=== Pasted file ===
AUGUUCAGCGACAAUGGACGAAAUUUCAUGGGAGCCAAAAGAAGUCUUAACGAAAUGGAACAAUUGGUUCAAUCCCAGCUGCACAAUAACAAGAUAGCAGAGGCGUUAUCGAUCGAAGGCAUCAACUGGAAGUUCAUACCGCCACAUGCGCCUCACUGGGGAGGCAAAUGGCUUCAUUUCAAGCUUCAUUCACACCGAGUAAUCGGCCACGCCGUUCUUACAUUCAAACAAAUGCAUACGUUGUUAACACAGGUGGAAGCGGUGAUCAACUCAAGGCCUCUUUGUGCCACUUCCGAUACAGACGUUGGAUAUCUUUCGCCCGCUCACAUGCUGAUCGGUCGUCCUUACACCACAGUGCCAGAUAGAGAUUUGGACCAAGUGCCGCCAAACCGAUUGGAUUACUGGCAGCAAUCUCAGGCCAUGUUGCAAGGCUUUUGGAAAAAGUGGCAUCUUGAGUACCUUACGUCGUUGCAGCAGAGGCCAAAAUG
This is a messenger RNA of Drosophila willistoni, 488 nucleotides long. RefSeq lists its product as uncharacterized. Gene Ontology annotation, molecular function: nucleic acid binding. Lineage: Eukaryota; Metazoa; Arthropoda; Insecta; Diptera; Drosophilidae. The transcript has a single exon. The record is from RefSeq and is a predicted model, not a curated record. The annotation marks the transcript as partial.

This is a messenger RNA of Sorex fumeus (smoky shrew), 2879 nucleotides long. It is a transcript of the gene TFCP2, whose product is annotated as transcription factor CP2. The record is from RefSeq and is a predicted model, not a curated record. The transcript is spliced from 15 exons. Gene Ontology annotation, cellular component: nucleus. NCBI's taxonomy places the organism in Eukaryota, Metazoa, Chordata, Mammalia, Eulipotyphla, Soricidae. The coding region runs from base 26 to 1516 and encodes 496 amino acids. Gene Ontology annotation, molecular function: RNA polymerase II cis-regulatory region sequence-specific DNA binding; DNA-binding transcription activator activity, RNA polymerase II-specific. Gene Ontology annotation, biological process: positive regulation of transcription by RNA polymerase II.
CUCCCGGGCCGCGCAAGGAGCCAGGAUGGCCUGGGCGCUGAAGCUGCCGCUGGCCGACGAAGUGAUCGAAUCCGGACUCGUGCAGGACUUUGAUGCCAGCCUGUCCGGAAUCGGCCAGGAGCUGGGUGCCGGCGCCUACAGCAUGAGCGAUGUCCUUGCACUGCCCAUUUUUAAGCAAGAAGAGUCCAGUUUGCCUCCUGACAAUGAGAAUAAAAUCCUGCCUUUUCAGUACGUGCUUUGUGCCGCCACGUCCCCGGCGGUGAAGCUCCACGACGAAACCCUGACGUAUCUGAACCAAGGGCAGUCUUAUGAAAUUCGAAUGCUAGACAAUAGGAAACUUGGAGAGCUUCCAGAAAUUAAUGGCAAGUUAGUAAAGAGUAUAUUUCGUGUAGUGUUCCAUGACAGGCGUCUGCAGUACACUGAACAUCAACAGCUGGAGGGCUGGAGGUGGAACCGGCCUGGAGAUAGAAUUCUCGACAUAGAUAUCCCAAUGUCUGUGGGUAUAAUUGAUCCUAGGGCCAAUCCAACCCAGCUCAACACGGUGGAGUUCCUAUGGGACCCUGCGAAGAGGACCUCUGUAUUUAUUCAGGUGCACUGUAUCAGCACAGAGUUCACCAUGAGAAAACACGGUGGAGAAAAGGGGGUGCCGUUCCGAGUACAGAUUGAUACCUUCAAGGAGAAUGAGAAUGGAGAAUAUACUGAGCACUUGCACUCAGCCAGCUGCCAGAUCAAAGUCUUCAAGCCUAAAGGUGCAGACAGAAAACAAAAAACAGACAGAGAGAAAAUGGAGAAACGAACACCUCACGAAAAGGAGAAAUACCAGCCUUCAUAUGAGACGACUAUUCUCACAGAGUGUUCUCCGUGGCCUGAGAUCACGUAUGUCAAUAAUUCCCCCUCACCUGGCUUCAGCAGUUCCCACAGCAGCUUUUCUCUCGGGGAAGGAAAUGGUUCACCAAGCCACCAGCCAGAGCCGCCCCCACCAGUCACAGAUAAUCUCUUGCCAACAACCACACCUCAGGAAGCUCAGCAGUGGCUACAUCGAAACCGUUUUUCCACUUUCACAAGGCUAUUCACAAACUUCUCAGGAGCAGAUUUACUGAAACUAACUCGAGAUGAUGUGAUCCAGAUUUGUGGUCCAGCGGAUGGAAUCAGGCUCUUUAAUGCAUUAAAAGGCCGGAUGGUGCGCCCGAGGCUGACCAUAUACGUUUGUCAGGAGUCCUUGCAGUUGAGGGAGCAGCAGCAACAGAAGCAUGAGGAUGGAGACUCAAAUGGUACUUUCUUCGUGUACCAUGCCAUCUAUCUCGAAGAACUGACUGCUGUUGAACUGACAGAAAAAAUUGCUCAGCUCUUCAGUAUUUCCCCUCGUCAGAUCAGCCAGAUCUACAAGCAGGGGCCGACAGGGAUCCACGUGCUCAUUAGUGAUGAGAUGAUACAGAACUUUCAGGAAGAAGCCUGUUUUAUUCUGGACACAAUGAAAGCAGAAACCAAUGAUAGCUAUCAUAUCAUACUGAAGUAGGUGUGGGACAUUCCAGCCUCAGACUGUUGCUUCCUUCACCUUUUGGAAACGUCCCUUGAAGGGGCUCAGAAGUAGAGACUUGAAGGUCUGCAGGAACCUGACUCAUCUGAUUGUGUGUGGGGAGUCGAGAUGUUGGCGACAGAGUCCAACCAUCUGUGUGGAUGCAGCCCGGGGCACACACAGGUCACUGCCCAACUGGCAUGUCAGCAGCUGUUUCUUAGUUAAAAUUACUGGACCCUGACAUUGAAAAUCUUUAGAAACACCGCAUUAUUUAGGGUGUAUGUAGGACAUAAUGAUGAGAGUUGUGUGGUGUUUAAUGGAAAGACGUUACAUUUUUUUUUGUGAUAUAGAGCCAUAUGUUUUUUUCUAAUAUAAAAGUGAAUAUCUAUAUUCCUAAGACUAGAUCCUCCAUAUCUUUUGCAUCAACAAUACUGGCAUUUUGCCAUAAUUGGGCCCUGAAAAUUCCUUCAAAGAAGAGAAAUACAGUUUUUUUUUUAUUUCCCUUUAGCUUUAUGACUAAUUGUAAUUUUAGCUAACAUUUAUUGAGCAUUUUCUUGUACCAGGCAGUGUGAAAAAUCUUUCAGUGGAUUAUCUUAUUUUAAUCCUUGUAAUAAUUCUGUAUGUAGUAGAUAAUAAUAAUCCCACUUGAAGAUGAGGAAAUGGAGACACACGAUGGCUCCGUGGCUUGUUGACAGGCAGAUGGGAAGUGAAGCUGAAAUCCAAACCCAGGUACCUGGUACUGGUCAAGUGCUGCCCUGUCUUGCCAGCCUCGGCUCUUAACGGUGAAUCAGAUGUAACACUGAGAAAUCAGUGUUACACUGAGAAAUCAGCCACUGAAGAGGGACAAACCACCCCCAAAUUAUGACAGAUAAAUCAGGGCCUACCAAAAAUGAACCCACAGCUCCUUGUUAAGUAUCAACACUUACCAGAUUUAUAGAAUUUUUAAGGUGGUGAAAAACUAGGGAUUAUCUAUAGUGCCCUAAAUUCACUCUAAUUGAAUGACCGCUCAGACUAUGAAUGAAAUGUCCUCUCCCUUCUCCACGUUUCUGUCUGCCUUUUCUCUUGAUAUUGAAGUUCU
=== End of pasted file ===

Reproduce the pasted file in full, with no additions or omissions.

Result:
AUGUUCAGCGACAAUGGACGAAAUUUCAUGGGAGCCAAAAGAAGUCUUAACGAAAUGGAACAAUUGGUUCAAUCCCAGCUGCACAAUAACAAGAUAGCAGAGGCGUUAUCGAUCGAAGGCAUCAACUGGAAGUUCAUACCGCCACAUGCGCCUCACUGGGGAGGCAAAUGGCUUCAUUUCAAGCUUCAUUCACACCGAGUAAUCGGCCACGCCGUUCUUACAUUCAAACAAAUGCAUACGUUGUUAACACAGGUGGAAGCGGUGAUCAACUCAAGGCCUCUUUGUGCCACUUCCGAUACAGACGUUGGAUAUCUUUCGCCCGCUCACAUGCUGAUCGGUCGUCCUUACACCACAGUGCCAGAUAGAGAUUUGGACCAAGUGCCGCCAAACCGAUUGGAUUACUGGCAGCAAUCUCAGGCCAUGUUGCAAGGCUUUUGGAAAAAGUGGCAUCUUGAGUACCUUACGUCGUUGCAGCAGAGGCCAAAAUG
This is a messenger RNA of Drosophila willistoni, 488 nucleotides long. RefSeq lists its product as uncharacterized. Gene Ontology annotation, molecular function: nucleic acid binding. Lineage: Eukaryota; Metazoa; Arthropoda; Insecta; Diptera; Drosophilidae. The transcript has a single exon. The record is from RefSeq and is a predicted model, not a curated record. The annotation marks the transcript as partial.

This is a messenger RNA of Sorex fumeus (smoky shrew), 2879 nucleotides long. It is a transcript of the gene TFCP2, whose product is annotated as transcription factor CP2. The record is from RefSeq and is a predicted model, not a curated record. The transcript is spliced from 15 exons. Gene Ontology annotation, cellular component: nucleus. NCBI's taxonomy places the organism in Eukaryota, Metazoa, Chordata, Mammalia, Eulipotyphla, Soricidae. The coding region runs from base 26 to 1516 and encodes 496 amino acids. Gene Ontology annotation, molecular function: RNA polymerase II cis-regulatory region sequence-specific DNA binding; DNA-binding transcription activator activity, RNA polymerase II-specific. Gene Ontology annotation, biological process: positive regulation of transcription by RNA polymerase II.
CUCCCGGGCCGCGCAAGGAGCCAGGAUGGCCUGGGCGCUGAAGCUGCCGCUGGCCGACGAAGUGAUCGAAUCCGGACUCGUGCAGGACUUUGAUGCCAGCCUGUCCGGAAUCGGCCAGGAGCUGGGUGCCGGCGCCUACAGCAUGAGCGAUGUCCUUGCACUGCCCAUUUUUAAGCAAGAAGAGUCCAGUUUGCCUCCUGACAAUGAGAAUAAAAUCCUGCCUUUUCAGUACGUGCUUUGUGCCGCCACGUCCCCGGCGGUGAAGCUCCACGACGAAACCCUGACGUAUCUGAACCAAGGGCAGUCUUAUGAAAUUCGAAUGCUAGACAAUAGGAAACUUGGAGAGCUUCCAGAAAUUAAUGGCAAGUUAGUAAAGAGUAUAUUUCGUGUAGUGUUCCAUGACAGGCGUCUGCAGUACACUGAACAUCAACAGCUGGAGGGCUGGAGGUGGAACCGGCCUGGAGAUAGAAUUCUCGACAUAGAUAUCCCAAUGUCUGUGGGUAUAAUUGAUCCUAGGGCCAAUCCAACCCAGCUCAACACGGUGGAGUUCCUAUGGGACCCUGCGAAGAGGACCUCUGUAUUUAUUCAGGUGCACUGUAUCAGCACAGAGUUCACCAUGAGAAAACACGGUGGAGAAAAGGGGGUGCCGUUCCGAGUACAGAUUGAUACCUUCAAGGAGAAUGAGAAUGGAGAAUAUACUGAGCACUUGCACUCAGCCAGCUGCCAGAUCAAAGUCUUCAAGCCUAAAGGUGCAGACAGAAAACAAAAAACAGACAGAGAGAAAAUGGAGAAACGAACACCUCACGAAAAGGAGAAAUACCAGCCUUCAUAUGAGACGACUAUUCUCACAGAGUGUUCUCCGUGGCCUGAGAUCACGUAUGUCAAUAAUUCCCCCUCACCUGGCUUCAGCAGUUCCCACAGCAGCUUUUCUCUCGGGGAAGGAAAUGGUUCACCAAGCCACCAGCCAGAGCCGCCCCCACCAGUCACAGAUAAUCUCUUGCCAACAACCACACCUCAGGAAGCUCAGCAGUGGCUACAUCGAAACCGUUUUUCCACUUUCACAAGGCUAUUCACAAACUUCUCAGGAGCAGAUUUACUGAAACUAACUCGAGAUGAUGUGAUCCAGAUUUGUGGUCCAGCGGAUGGAAUCAGGCUCUUUAAUGCAUUAAAAGGCCGGAUGGUGCGCCCGAGGCUGACCAUAUACGUUUGUCAGGAGUCCUUGCAGUUGAGGGAGCAGCAGCAACAGAAGCAUGAGGAUGGAGACUCAAAUGGUACUUUCUUCGUGUACCAUGCCAUCUAUCUCGAAGAACUGACUGCUGUUGAACUGACAGAAAAAAUUGCUCAGCUCUUCAGUAUUUCCCCUCGUCAGAUCAGCCAGAUCUACAAGCAGGGGCCGACAGGGAUCCACGUGCUCAUUAGUGAUGAGAUGAUACAGAACUUUCAGGAAGAAGCCUGUUUUAUUCUGGACACAAUGAAAGCAGAAACCAAUGAUAGCUAUCAUAUCAUACUGAAGUAGGUGUGGGACAUUCCAGCCUCAGACUGUUGCUUCCUUCACCUUUUGGAAACGUCCCUUGAAGGGGCUCAGAAGUAGAGACUUGAAGGUCUGCAGGAACCUGACUCAUCUGAUUGUGUGUGGGGAGUCGAGAUGUUGGCGACAGAGUCCAACCAUCUGUGUGGAUGCAGCCCGGGGCACACACAGGUCACUGCCCAACUGGCAUGUCAGCAGCUGUUUCUUAGUUAAAAUUACUGGACCCUGACAUUGAAAAUCUUUAGAAACACCGCAUUAUUUAGGGUGUAUGUAGGACAUAAUGAUGAGAGUUGUGUGGUGUUUAAUGGAAAGACGUUACAUUUUUUUUUGUGAUAUAGAGCCAUAUGUUUUUUUCUAAUAUAAAAGUGAAUAUCUAUAUUCCUAAGACUAGAUCCUCCAUAUCUUUUGCAUCAACAAUACUGGCAUUUUGCCAUAAUUGGGCCCUGAAAAUUCCUUCAAAGAAGAGAAAUACAGUUUUUUUUUUAUUUCCCUUUAGCUUUAUGACUAAUUGUAAUUUUAGCUAACAUUUAUUGAGCAUUUUCUUGUACCAGGCAGUGUGAAAAAUCUUUCAGUGGAUUAUCUUAUUUUAAUCCUUGUAAUAAUUCUGUAUGUAGUAGAUAAUAAUAAUCCCACUUGAAGAUGAGGAAAUGGAGACACACGAUGGCUCCGUGGCUUGUUGACAGGCAGAUGGGAAGUGAAGCUGAAAUCCAAACCCAGGUACCUGGUACUGGUCAAGUGCUGCCCUGUCUUGCCAGCCUCGGCUCUUAACGGUGAAUCAGAUGUAACACUGAGAAAUCAGUGUUACACUGAGAAAUCAGCCACUGAAGAGGGACAAACCACCCCCAAAUUAUGACAGAUAAAUCAGGGCCUACCAAAAAUGAACCCACAGCUCCUUGUUAAGUAUCAACACUUACCAGAUUUAUAGAAUUUUUAAGGUGGUGAAAAACUAGGGAUUAUCUAUAGUGCCCUAAAUUCACUCUAAUUGAAUGACCGCUCAGACUAUGAAUGAAAUGUCCUCUCCCUUCUCCACGUUUCUGUCUGCCUUUUCUCUUGAUAUUGAAGUUCU